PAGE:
These Are a Few of My Favorite Things: The Sitti Bowl

For as long as I can remember, my parents have used what we call the “Sitti bowl” in the kitchen. It’s a 4-quart pyrex bowl, yellow on the outside, white on the inside. It looks like this:

[Thanks, Mom, for sending the photo of your Sitti bowl!]

“Sitti” means grandmother in Arabic, and we call this the Sitti bowl because my mom inherited it from my great-grandmother – my Sitti – in 1970. As the story goes, my parents moved into the house where I grew up at 532 East Mifflin Street (at the corner of E. Mifflin and Lawrence) in Orwisburg, PA. Sitti had come to my parents’ house to teach my mom how to make Syrian bread, (Y’all probably know it as pita, but in our house, it always has been and always will be “Syrian bread.”) and my mom didn’t have a bowl that was large enough to knead the dough. She gave my mom the yellow bowl, and that’s how the Sitti bowl came to be.

I don’t know how much I actually remember of my Sitti because she died when I was very little, but the photos I’ve seen of her holding me have implanted memories. She wore coiffed ’40s hair you see in vintage photos, even though it was the late ’60s/early ’70s when she posed with me. In every photo, she wore a dress and beamed at my parents and me.

[1969 – my first birthday. Mom on the left, baby me, my cousin Beth Ann, and Sitti.]

My dad has told me stories about her over and over again… of how she removed hot pies from the oven without oven mitts… of how she could be found on the back porch smoking cigars. I think her life in the old country must have been pretty tough. To me, she represents the best that we can be: a no bullshit person who wouldn’t be pushed around – who could also be very loving and nurturing at just the right moments.

[Sitti, about 1960.]

So, Sitti taught my parents how to make Lebanese food, and they taught me. And when we cooked together – stuffed grape leaves and spinach pies and Syrian bread and kibbeh – we did all the work in that yellow bowl. It’s not only the perfect size for mixing and tossing, it immediately infuses love into everything prepared in it.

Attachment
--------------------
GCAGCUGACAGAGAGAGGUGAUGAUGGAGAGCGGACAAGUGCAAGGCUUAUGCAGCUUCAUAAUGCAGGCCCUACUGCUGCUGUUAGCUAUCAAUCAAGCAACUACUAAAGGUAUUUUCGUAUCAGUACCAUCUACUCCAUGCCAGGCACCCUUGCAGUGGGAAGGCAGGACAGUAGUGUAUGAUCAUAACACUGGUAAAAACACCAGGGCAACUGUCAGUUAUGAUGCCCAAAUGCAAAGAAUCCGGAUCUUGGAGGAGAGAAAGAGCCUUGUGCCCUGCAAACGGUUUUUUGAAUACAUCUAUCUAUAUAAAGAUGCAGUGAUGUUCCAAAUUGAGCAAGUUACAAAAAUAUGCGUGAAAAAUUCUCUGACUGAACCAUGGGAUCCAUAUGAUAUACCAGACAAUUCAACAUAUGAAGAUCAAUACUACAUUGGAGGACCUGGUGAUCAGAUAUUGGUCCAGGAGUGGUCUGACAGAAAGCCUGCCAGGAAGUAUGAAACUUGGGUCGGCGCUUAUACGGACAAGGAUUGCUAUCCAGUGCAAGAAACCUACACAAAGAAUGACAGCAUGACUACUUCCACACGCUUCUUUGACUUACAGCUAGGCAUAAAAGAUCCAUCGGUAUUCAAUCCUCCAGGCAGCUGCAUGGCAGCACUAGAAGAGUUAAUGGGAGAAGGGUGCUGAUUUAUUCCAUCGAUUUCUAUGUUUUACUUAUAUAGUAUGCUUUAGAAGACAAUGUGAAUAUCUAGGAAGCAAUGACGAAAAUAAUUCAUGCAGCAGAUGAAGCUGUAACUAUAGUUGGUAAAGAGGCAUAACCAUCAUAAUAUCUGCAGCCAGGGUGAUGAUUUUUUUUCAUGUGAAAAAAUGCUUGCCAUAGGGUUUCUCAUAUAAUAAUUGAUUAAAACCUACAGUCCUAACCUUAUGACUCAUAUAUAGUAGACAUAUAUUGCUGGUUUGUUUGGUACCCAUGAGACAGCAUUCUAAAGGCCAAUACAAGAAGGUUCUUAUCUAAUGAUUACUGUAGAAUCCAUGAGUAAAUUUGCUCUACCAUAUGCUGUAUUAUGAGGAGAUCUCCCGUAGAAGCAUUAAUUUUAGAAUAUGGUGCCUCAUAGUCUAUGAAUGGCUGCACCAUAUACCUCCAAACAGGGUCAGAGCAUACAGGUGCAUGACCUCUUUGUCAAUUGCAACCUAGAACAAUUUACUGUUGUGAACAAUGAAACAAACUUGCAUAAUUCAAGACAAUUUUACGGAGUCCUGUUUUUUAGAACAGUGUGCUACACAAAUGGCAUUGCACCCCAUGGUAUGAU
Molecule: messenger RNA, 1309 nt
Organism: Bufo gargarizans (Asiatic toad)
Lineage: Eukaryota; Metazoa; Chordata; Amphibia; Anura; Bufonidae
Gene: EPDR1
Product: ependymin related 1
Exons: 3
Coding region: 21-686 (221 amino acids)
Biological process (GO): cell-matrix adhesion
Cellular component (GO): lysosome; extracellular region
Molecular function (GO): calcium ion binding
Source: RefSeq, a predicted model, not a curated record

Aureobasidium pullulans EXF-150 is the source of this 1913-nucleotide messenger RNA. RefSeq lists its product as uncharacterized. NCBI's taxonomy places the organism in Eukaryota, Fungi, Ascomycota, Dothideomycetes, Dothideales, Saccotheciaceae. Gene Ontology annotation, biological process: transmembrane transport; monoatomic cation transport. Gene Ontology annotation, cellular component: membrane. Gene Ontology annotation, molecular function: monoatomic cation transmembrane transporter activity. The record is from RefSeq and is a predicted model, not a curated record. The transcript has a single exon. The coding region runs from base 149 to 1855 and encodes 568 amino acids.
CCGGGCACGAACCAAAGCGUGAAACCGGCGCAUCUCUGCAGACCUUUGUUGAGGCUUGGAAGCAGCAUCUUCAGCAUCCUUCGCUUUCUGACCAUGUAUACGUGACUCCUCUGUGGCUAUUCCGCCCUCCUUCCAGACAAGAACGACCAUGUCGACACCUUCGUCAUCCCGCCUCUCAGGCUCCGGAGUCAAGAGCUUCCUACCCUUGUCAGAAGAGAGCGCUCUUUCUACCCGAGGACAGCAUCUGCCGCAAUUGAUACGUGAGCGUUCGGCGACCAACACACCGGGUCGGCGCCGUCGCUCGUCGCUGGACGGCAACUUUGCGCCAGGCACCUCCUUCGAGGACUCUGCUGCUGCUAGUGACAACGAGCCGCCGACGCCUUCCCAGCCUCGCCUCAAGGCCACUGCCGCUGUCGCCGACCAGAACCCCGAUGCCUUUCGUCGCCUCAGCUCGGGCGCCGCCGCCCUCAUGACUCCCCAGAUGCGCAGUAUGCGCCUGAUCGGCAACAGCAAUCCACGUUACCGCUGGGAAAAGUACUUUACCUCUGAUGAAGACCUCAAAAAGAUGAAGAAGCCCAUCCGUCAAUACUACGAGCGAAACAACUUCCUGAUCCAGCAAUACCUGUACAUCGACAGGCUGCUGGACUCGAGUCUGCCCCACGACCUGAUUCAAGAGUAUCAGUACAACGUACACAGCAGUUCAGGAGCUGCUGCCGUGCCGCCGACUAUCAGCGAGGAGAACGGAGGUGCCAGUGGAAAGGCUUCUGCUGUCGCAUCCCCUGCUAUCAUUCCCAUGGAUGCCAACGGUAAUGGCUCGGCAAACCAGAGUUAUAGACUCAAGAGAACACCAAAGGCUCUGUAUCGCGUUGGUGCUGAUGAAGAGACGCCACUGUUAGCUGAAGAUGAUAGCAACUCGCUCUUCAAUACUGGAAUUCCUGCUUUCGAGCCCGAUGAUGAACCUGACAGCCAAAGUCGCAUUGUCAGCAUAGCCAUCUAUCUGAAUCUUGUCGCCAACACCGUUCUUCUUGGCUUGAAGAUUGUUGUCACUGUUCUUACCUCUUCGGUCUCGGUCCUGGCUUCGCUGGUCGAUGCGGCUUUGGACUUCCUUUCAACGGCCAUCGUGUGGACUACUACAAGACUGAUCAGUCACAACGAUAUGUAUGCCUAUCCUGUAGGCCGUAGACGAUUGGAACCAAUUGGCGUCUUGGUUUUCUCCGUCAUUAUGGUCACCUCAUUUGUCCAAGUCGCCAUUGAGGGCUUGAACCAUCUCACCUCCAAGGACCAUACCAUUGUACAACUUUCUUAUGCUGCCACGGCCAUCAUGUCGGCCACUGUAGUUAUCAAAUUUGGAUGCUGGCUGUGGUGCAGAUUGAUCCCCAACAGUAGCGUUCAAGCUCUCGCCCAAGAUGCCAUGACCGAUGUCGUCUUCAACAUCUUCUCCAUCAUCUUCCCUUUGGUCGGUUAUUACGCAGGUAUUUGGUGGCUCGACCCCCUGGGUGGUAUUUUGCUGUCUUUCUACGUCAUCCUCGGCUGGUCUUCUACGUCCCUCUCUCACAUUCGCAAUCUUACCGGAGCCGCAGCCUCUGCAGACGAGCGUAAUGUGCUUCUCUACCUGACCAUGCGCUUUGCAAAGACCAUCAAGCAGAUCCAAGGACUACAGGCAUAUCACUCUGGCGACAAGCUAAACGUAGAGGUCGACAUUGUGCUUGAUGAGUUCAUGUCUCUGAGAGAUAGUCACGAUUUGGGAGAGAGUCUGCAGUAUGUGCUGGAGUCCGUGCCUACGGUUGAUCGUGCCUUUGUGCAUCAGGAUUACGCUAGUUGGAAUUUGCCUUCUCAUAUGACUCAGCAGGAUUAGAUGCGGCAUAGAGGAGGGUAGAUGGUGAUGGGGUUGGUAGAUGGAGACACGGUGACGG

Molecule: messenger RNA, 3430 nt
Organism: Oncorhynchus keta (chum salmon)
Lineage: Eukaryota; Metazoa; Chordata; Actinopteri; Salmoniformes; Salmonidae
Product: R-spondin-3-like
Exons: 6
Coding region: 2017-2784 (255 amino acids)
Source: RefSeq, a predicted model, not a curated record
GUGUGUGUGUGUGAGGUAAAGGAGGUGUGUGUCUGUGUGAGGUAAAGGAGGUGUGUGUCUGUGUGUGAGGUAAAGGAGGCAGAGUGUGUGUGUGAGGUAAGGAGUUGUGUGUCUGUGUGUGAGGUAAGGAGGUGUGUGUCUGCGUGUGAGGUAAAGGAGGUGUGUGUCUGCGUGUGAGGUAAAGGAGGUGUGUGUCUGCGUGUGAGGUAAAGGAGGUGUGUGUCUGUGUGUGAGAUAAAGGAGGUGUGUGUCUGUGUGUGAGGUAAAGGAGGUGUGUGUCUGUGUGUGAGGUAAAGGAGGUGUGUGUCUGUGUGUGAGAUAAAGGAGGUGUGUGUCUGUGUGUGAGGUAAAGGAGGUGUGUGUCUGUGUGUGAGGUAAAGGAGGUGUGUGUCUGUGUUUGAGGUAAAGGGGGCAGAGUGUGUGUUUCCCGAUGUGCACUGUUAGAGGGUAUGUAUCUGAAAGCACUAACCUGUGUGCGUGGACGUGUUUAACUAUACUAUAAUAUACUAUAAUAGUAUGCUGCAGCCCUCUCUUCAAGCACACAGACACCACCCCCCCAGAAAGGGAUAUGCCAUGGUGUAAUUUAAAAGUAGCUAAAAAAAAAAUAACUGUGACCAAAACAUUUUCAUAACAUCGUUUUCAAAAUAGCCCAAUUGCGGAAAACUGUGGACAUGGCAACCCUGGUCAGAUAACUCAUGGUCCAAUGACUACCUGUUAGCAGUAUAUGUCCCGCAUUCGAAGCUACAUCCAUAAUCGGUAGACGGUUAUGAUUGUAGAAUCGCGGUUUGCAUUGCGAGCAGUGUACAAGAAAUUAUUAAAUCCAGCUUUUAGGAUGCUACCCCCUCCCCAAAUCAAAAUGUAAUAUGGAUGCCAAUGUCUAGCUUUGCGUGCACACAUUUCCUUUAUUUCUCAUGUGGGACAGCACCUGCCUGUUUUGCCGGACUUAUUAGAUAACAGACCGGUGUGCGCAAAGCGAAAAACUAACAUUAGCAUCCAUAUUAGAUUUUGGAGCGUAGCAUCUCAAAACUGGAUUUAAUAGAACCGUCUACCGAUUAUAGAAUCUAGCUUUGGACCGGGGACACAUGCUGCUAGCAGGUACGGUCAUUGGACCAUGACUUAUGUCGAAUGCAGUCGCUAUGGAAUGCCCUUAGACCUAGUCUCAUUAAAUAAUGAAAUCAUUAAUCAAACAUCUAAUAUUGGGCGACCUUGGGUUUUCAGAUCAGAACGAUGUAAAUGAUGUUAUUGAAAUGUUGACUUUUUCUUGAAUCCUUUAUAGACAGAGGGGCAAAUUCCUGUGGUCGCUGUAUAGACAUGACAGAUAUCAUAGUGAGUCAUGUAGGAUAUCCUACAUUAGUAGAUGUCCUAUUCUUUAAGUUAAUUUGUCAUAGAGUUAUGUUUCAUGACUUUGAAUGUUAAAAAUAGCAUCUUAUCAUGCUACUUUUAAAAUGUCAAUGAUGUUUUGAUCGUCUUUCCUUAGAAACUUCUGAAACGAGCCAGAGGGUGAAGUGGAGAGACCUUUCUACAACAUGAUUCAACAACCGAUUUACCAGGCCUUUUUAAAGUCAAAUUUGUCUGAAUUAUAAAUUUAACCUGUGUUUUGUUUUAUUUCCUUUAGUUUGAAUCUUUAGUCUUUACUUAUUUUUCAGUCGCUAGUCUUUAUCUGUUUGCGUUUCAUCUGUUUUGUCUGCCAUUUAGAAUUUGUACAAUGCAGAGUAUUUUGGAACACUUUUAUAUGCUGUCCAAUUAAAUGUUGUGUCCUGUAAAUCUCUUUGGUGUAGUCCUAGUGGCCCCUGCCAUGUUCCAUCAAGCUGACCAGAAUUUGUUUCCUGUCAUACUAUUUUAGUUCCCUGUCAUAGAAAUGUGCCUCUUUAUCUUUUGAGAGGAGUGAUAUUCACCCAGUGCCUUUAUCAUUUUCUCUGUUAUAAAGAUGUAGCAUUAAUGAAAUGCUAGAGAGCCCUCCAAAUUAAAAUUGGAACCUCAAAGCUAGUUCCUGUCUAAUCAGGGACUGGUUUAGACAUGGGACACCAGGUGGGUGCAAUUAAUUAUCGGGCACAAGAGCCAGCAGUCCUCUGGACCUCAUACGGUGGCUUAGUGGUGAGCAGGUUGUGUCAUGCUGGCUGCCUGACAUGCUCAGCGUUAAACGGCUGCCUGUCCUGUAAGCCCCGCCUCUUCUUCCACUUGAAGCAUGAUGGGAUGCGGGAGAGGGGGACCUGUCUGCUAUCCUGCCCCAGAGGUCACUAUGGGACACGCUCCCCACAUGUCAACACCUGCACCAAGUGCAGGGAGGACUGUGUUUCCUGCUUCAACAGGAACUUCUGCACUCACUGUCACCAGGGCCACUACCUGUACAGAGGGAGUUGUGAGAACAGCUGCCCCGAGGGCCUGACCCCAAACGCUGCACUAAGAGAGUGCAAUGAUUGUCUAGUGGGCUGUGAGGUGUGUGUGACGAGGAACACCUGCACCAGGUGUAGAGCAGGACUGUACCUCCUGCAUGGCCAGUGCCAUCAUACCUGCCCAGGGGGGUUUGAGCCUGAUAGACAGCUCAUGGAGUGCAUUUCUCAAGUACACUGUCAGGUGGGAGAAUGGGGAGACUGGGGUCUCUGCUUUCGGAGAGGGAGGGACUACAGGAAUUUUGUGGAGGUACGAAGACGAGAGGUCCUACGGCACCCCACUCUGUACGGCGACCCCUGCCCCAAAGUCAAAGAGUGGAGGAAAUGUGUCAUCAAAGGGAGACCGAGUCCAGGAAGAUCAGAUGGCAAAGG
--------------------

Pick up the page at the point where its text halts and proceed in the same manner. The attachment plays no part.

At some point during our San Francisco days, Dave and I found a cousin of the Sitti bowl in a vintage store in the Mission, and it’s held a special place in my kitchen ever since. We, of course, also call it the Sitti bowl, and it’s treated with reverence: hand-washed only and preferred over the nesting glass bowls from Williams-Sonoma that seemed like a great idea but just don’t measure up.

Seriously, those bowls are very pretty and utterly useless. They bite when you try to unstack them, and even though they’re of graduated sizes, they just never seem quite right for the job. They feel fragile and dangerous, rather than the reliable workhorses I need them to be. And they have no history. They’re just BOUGHT. From a CATALOG.

Now that I spend so much time in the kitchen, the right tools have become even more important to me. I need to feel like the tools and I are working together to make Dave and I strong and fit. If you’re beginning to cook or expanding your repertoire, I encourage you to find the tools you like the best and invest in the ones that make cooking both easier and more pleasurable, ’cause the first step in eating well is cooking well.

Anyway, back to the Sitti bowl. I’m not sure what inspired it, but last week, Dave flipped the bowl over to see if markings on the bottom would tell us more about its mysterious and wonderful origins.

It’s pyrex. Naturally.

Thanks to Pyrex Love, we learned that the yellow bowl is the largest in a four-bowl set known as the “primary colors,” manufactured during the 1940s. I decided I couldn’t possibly cook dino-chow without a complete set, and last week, the box arrived.